Because the ʻokina in ukulele is at the beginning of the word, there’s nothing to glottal stop “against” when pronouncing the word on its own. That means you just lean into an abrubt “oo” sound at the beginning – like the “oof” of getting punched in the gut.
If there was another Hawaiian word in front of ʻukulele you would have to take the ʻokina into consideration and create a breath break between the two words. For example, ka ʻukulele means “the ukulele.” You would say ka and then stop your breath momentarily before you move onto the “ʻu” sound.
Here’s a Hawaiian’s perspective:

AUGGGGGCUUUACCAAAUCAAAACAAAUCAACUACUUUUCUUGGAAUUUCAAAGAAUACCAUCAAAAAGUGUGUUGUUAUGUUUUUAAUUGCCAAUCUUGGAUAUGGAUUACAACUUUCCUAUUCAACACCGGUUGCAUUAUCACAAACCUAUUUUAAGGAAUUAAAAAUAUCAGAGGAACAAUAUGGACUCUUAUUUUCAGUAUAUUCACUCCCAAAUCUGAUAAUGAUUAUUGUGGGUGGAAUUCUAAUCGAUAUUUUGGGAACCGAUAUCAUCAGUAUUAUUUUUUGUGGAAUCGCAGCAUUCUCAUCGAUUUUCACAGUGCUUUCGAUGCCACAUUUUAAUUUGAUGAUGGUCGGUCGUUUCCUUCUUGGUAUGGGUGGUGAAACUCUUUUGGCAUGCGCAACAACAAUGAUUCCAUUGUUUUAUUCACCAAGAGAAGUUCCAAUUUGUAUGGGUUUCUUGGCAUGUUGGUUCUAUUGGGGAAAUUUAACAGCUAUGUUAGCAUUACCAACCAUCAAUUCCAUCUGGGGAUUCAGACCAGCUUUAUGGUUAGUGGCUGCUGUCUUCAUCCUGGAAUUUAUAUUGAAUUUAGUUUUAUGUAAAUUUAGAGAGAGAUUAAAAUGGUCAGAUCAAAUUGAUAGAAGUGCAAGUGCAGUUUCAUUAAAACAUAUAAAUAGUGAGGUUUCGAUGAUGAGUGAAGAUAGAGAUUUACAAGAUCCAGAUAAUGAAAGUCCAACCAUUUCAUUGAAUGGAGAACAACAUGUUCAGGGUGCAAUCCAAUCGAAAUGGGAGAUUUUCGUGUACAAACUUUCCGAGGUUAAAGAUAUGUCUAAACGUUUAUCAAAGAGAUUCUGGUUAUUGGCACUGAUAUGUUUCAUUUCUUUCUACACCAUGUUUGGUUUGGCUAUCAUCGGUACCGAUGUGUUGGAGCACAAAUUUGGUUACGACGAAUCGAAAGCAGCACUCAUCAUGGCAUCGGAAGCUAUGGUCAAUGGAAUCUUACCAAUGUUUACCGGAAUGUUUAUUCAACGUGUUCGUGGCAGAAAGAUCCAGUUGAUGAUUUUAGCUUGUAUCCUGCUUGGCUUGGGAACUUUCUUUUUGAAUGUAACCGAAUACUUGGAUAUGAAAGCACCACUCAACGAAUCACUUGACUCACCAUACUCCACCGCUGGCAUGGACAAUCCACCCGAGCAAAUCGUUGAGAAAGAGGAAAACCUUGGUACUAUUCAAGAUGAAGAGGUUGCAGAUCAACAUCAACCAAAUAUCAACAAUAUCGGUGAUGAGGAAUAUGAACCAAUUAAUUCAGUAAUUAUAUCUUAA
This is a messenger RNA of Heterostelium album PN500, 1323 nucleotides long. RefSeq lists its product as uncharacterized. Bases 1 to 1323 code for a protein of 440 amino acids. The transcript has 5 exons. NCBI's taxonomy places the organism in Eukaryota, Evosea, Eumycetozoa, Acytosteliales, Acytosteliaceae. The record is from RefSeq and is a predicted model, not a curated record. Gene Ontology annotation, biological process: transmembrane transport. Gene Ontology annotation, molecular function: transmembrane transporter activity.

One thing I do know is the correct Hawaiian spelling of the name of the instrument we are all enjoying … ukulele. The Hawaiian spelling includes the ʻokina (ʻ) at the beginning. The ʻokina is one of 8 consonants in the Hawaiian alphabet and is written as an apostrophe which curves toward the next letter [like a small number “6”]. I find it interesting that the Hawaiian/English dictionary lists ukulele (without the ʻokina) in the English section and translates it to Hawaiian as ukulele (with the ʻokina). Another Hawaiian word which begins with an ʻokina is ʻohana. Please check the online Hawaiian/English dictionary at ulukau.org to verify the information I have shared here.